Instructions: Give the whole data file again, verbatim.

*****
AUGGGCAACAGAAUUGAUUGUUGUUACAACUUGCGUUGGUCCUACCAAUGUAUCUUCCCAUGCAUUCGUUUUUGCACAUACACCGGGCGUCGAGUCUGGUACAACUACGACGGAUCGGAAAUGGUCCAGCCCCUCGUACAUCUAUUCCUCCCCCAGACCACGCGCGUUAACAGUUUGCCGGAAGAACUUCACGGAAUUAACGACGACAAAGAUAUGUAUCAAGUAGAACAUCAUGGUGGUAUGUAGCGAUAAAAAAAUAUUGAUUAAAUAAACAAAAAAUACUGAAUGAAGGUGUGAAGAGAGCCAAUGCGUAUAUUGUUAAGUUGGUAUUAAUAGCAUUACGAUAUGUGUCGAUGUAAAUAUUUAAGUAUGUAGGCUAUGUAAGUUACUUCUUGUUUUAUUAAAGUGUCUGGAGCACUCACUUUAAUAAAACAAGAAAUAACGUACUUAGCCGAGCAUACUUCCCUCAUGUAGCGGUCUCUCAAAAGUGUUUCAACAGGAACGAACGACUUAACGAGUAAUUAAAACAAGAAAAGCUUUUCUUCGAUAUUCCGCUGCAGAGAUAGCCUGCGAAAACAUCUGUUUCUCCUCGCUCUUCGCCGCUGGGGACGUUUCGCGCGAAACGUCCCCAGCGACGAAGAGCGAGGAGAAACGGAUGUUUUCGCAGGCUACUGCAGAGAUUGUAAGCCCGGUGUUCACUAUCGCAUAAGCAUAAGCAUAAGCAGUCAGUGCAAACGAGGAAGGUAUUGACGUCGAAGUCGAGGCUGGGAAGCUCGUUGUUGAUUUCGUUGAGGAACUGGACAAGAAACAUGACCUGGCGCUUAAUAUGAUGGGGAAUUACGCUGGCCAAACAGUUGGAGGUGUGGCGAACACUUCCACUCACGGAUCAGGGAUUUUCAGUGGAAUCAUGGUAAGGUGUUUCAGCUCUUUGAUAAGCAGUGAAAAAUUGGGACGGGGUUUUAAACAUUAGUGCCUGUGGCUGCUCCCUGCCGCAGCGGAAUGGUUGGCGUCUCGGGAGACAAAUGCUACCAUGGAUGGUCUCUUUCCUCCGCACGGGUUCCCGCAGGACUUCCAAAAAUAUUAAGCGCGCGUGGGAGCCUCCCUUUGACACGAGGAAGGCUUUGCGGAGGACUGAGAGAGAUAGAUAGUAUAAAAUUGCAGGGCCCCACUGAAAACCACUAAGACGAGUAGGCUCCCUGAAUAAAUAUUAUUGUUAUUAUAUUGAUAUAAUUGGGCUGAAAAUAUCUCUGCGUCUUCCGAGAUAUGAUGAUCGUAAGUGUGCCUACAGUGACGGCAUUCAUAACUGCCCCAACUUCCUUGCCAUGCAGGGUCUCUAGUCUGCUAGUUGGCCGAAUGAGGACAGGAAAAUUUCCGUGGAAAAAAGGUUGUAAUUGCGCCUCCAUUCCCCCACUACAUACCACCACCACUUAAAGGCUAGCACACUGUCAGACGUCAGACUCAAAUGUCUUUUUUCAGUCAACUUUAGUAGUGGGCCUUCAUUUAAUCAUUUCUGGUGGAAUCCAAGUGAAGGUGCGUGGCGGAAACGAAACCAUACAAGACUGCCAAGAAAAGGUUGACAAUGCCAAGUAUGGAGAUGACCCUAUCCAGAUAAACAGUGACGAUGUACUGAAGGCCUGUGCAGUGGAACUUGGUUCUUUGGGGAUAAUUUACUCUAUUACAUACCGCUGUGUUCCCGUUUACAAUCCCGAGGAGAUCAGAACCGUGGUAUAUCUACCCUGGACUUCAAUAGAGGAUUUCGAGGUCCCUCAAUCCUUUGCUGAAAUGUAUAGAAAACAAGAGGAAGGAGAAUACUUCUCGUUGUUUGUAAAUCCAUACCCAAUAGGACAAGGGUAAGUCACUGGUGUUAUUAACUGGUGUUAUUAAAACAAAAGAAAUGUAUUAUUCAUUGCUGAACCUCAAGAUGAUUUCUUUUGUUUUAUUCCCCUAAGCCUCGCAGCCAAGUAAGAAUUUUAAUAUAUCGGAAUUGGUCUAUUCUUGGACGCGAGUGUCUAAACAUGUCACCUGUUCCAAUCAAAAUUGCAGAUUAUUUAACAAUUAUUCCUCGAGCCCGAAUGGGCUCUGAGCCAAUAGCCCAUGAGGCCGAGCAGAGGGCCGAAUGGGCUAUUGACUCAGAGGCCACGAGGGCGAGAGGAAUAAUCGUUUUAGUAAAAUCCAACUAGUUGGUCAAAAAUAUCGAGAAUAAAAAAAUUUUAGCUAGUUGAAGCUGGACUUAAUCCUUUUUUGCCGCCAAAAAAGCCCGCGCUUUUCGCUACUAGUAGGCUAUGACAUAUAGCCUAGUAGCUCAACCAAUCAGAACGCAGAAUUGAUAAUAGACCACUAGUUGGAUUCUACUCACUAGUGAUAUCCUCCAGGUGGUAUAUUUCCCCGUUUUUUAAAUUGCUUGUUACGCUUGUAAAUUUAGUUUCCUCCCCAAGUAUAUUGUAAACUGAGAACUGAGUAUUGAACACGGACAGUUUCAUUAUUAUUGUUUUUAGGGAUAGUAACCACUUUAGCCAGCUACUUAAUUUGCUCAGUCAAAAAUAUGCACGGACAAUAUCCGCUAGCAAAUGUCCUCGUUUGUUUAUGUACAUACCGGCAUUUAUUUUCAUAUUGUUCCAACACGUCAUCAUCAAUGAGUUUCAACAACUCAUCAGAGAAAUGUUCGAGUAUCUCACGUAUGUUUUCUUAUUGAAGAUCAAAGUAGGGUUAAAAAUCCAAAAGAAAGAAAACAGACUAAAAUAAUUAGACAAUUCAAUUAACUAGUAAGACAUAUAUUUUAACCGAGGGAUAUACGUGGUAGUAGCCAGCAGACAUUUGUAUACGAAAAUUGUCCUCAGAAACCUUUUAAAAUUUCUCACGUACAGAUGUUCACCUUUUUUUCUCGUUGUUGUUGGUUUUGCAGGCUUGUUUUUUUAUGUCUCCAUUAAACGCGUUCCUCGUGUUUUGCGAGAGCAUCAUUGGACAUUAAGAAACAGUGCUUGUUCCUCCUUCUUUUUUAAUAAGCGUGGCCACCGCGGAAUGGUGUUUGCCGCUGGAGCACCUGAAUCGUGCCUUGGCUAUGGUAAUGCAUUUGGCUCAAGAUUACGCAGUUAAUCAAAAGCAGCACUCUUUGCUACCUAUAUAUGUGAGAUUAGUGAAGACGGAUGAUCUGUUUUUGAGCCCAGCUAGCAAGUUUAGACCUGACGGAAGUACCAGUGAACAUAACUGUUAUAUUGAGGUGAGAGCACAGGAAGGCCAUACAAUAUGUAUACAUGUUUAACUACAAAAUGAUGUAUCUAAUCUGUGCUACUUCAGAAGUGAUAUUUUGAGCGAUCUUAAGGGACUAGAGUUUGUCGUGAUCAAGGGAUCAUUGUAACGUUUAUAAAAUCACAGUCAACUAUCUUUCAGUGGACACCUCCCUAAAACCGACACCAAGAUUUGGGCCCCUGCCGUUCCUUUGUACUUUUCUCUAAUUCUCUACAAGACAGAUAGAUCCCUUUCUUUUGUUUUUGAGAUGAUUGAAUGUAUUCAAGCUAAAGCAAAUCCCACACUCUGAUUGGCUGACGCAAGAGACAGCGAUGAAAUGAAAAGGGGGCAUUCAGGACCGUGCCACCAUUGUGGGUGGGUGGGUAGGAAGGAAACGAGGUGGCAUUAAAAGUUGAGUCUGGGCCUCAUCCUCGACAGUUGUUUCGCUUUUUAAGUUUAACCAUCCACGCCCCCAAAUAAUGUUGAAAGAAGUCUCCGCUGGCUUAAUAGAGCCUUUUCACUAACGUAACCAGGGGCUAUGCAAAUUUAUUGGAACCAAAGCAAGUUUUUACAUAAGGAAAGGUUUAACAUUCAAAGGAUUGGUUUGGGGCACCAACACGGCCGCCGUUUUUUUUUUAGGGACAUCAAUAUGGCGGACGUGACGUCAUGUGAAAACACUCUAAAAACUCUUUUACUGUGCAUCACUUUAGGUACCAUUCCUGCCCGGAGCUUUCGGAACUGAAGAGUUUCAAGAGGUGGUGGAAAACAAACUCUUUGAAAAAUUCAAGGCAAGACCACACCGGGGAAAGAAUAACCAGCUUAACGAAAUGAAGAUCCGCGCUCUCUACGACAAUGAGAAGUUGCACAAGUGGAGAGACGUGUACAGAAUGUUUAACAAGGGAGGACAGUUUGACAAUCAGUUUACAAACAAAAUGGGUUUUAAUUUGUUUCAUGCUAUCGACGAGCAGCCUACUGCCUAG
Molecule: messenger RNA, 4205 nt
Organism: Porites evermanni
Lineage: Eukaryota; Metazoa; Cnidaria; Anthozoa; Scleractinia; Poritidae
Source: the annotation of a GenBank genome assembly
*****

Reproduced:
AUGGGCAACAGAAUUGAUUGUUGUUACAACUUGCGUUGGUCCUACCAAUGUAUCUUCCCAUGCAUUCGUUUUUGCACAUACACCGGGCGUCGAGUCUGGUACAACUACGACGGAUCGGAAAUGGUCCAGCCCCUCGUACAUCUAUUCCUCCCCCAGACCACGCGCGUUAACAGUUUGCCGGAAGAACUUCACGGAAUUAACGACGACAAAGAUAUGUAUCAAGUAGAACAUCAUGGUGGUAUGUAGCGAUAAAAAAAUAUUGAUUAAAUAAACAAAAAAUACUGAAUGAAGGUGUGAAGAGAGCCAAUGCGUAUAUUGUUAAGUUGGUAUUAAUAGCAUUACGAUAUGUGUCGAUGUAAAUAUUUAAGUAUGUAGGCUAUGUAAGUUACUUCUUGUUUUAUUAAAGUGUCUGGAGCACUCACUUUAAUAAAACAAGAAAUAACGUACUUAGCCGAGCAUACUUCCCUCAUGUAGCGGUCUCUCAAAAGUGUUUCAACAGGAACGAACGACUUAACGAGUAAUUAAAACAAGAAAAGCUUUUCUUCGAUAUUCCGCUGCAGAGAUAGCCUGCGAAAACAUCUGUUUCUCCUCGCUCUUCGCCGCUGGGGACGUUUCGCGCGAAACGUCCCCAGCGACGAAGAGCGAGGAGAAACGGAUGUUUUCGCAGGCUACUGCAGAGAUUGUAAGCCCGGUGUUCACUAUCGCAUAAGCAUAAGCAUAAGCAGUCAGUGCAAACGAGGAAGGUAUUGACGUCGAAGUCGAGGCUGGGAAGCUCGUUGUUGAUUUCGUUGAGGAACUGGACAAGAAACAUGACCUGGCGCUUAAUAUGAUGGGGAAUUACGCUGGCCAAACAGUUGGAGGUGUGGCGAACACUUCCACUCACGGAUCAGGGAUUUUCAGUGGAAUCAUGGUAAGGUGUUUCAGCUCUUUGAUAAGCAGUGAAAAAUUGGGACGGGGUUUUAAACAUUAGUGCCUGUGGCUGCUCCCUGCCGCAGCGGAAUGGUUGGCGUCUCGGGAGACAAAUGCUACCAUGGAUGGUCUCUUUCCUCCGCACGGGUUCCCGCAGGACUUCCAAAAAUAUUAAGCGCGCGUGGGAGCCUCCCUUUGACACGAGGAAGGCUUUGCGGAGGACUGAGAGAGAUAGAUAGUAUAAAAUUGCAGGGCCCCACUGAAAACCACUAAGACGAGUAGGCUCCCUGAAUAAAUAUUAUUGUUAUUAUAUUGAUAUAAUUGGGCUGAAAAUAUCUCUGCGUCUUCCGAGAUAUGAUGAUCGUAAGUGUGCCUACAGUGACGGCAUUCAUAACUGCCCCAACUUCCUUGCCAUGCAGGGUCUCUAGUCUGCUAGUUGGCCGAAUGAGGACAGGAAAAUUUCCGUGGAAAAAAGGUUGUAAUUGCGCCUCCAUUCCCCCACUACAUACCACCACCACUUAAAGGCUAGCACACUGUCAGACGUCAGACUCAAAUGUCUUUUUUCAGUCAACUUUAGUAGUGGGCCUUCAUUUAAUCAUUUCUGGUGGAAUCCAAGUGAAGGUGCGUGGCGGAAACGAAACCAUACAAGACUGCCAAGAAAAGGUUGACAAUGCCAAGUAUGGAGAUGACCCUAUCCAGAUAAACAGUGACGAUGUACUGAAGGCCUGUGCAGUGGAACUUGGUUCUUUGGGGAUAAUUUACUCUAUUACAUACCGCUGUGUUCCCGUUUACAAUCCCGAGGAGAUCAGAACCGUGGUAUAUCUACCCUGGACUUCAAUAGAGGAUUUCGAGGUCCCUCAAUCCUUUGCUGAAAUGUAUAGAAAACAAGAGGAAGGAGAAUACUUCUCGUUGUUUGUAAAUCCAUACCCAAUAGGACAAGGGUAAGUCACUGGUGUUAUUAACUGGUGUUAUUAAAACAAAAGAAAUGUAUUAUUCAUUGCUGAACCUCAAGAUGAUUUCUUUUGUUUUAUUCCCCUAAGCCUCGCAGCCAAGUAAGAAUUUUAAUAUAUCGGAAUUGGUCUAUUCUUGGACGCGAGUGUCUAAACAUGUCACCUGUUCCAAUCAAAAUUGCAGAUUAUUUAACAAUUAUUCCUCGAGCCCGAAUGGGCUCUGAGCCAAUAGCCCAUGAGGCCGAGCAGAGGGCCGAAUGGGCUAUUGACUCAGAGGCCACGAGGGCGAGAGGAAUAAUCGUUUUAGUAAAAUCCAACUAGUUGGUCAAAAAUAUCGAGAAUAAAAAAAUUUUAGCUAGUUGAAGCUGGACUUAAUCCUUUUUUGCCGCCAAAAAAGCCCGCGCUUUUCGCUACUAGUAGGCUAUGACAUAUAGCCUAGUAGCUCAACCAAUCAGAACGCAGAAUUGAUAAUAGACCACUAGUUGGAUUCUACUCACUAGUGAUAUCCUCCAGGUGGUAUAUUUCCCCGUUUUUUAAAUUGCUUGUUACGCUUGUAAAUUUAGUUUCCUCCCCAAGUAUAUUGUAAACUGAGAACUGAGUAUUGAACACGGACAGUUUCAUUAUUAUUGUUUUUAGGGAUAGUAACCACUUUAGCCAGCUACUUAAUUUGCUCAGUCAAAAAUAUGCACGGACAAUAUCCGCUAGCAAAUGUCCUCGUUUGUUUAUGUACAUACCGGCAUUUAUUUUCAUAUUGUUCCAACACGUCAUCAUCAAUGAGUUUCAACAACUCAUCAGAGAAAUGUUCGAGUAUCUCACGUAUGUUUUCUUAUUGAAGAUCAAAGUAGGGUUAAAAAUCCAAAAGAAAGAAAACAGACUAAAAUAAUUAGACAAUUCAAUUAACUAGUAAGACAUAUAUUUUAACCGAGGGAUAUACGUGGUAGUAGCCAGCAGACAUUUGUAUACGAAAAUUGUCCUCAGAAACCUUUUAAAAUUUCUCACGUACAGAUGUUCACCUUUUUUUCUCGUUGUUGUUGGUUUUGCAGGCUUGUUUUUUUAUGUCUCCAUUAAACGCGUUCCUCGUGUUUUGCGAGAGCAUCAUUGGACAUUAAGAAACAGUGCUUGUUCCUCCUUCUUUUUUAAUAAGCGUGGCCACCGCGGAAUGGUGUUUGCCGCUGGAGCACCUGAAUCGUGCCUUGGCUAUGGUAAUGCAUUUGGCUCAAGAUUACGCAGUUAAUCAAAAGCAGCACUCUUUGCUACCUAUAUAUGUGAGAUUAGUGAAGACGGAUGAUCUGUUUUUGAGCCCAGCUAGCAAGUUUAGACCUGACGGAAGUACCAGUGAACAUAACUGUUAUAUUGAGGUGAGAGCACAGGAAGGCCAUACAAUAUGUAUACAUGUUUAACUACAAAAUGAUGUAUCUAAUCUGUGCUACUUCAGAAGUGAUAUUUUGAGCGAUCUUAAGGGACUAGAGUUUGUCGUGAUCAAGGGAUCAUUGUAACGUUUAUAAAAUCACAGUCAACUAUCUUUCAGUGGACACCUCCCUAAAACCGACACCAAGAUUUGGGCCCCUGCCGUUCCUUUGUACUUUUCUCUAAUUCUCUACAAGACAGAUAGAUCCCUUUCUUUUGUUUUUGAGAUGAUUGAAUGUAUUCAAGCUAAAGCAAAUCCCACACUCUGAUUGGCUGACGCAAGAGACAGCGAUGAAAUGAAAAGGGGGCAUUCAGGACCGUGCCACCAUUGUGGGUGGGUGGGUAGGAAGGAAACGAGGUGGCAUUAAAAGUUGAGUCUGGGCCUCAUCCUCGACAGUUGUUUCGCUUUUUAAGUUUAACCAUCCACGCCCCCAAAUAAUGUUGAAAGAAGUCUCCGCUGGCUUAAUAGAGCCUUUUCACUAACGUAACCAGGGGCUAUGCAAAUUUAUUGGAACCAAAGCAAGUUUUUACAUAAGGAAAGGUUUAACAUUCAAAGGAUUGGUUUGGGGCACCAACACGGCCGCCGUUUUUUUUUUAGGGACAUCAAUAUGGCGGACGUGACGUCAUGUGAAAACACUCUAAAAACUCUUUUACUGUGCAUCACUUUAGGUACCAUUCCUGCCCGGAGCUUUCGGAACUGAAGAGUUUCAAGAGGUGGUGGAAAACAAACUCUUUGAAAAAUUCAAGGCAAGACCACACCGGGGAAAGAAUAACCAGCUUAACGAAAUGAAGAUCCGCGCUCUCUACGACAAUGAGAAGUUGCACAAGUGGAGAGACGUGUACAGAAUGUUUAACAAGGGAGGACAGUUUGACAAUCAGUUUACAAACAAAAUGGGUUUUAAUUUGUUUCAUGCUAUCGACGAGCAGCCUACUGCCUAG
Molecule: messenger RNA, 4205 nt
Organism: Porites evermanni
Lineage: Eukaryota; Metazoa; Cnidaria; Anthozoa; Scleractinia; Poritidae
Source: the annotation of a GenBank genome assembly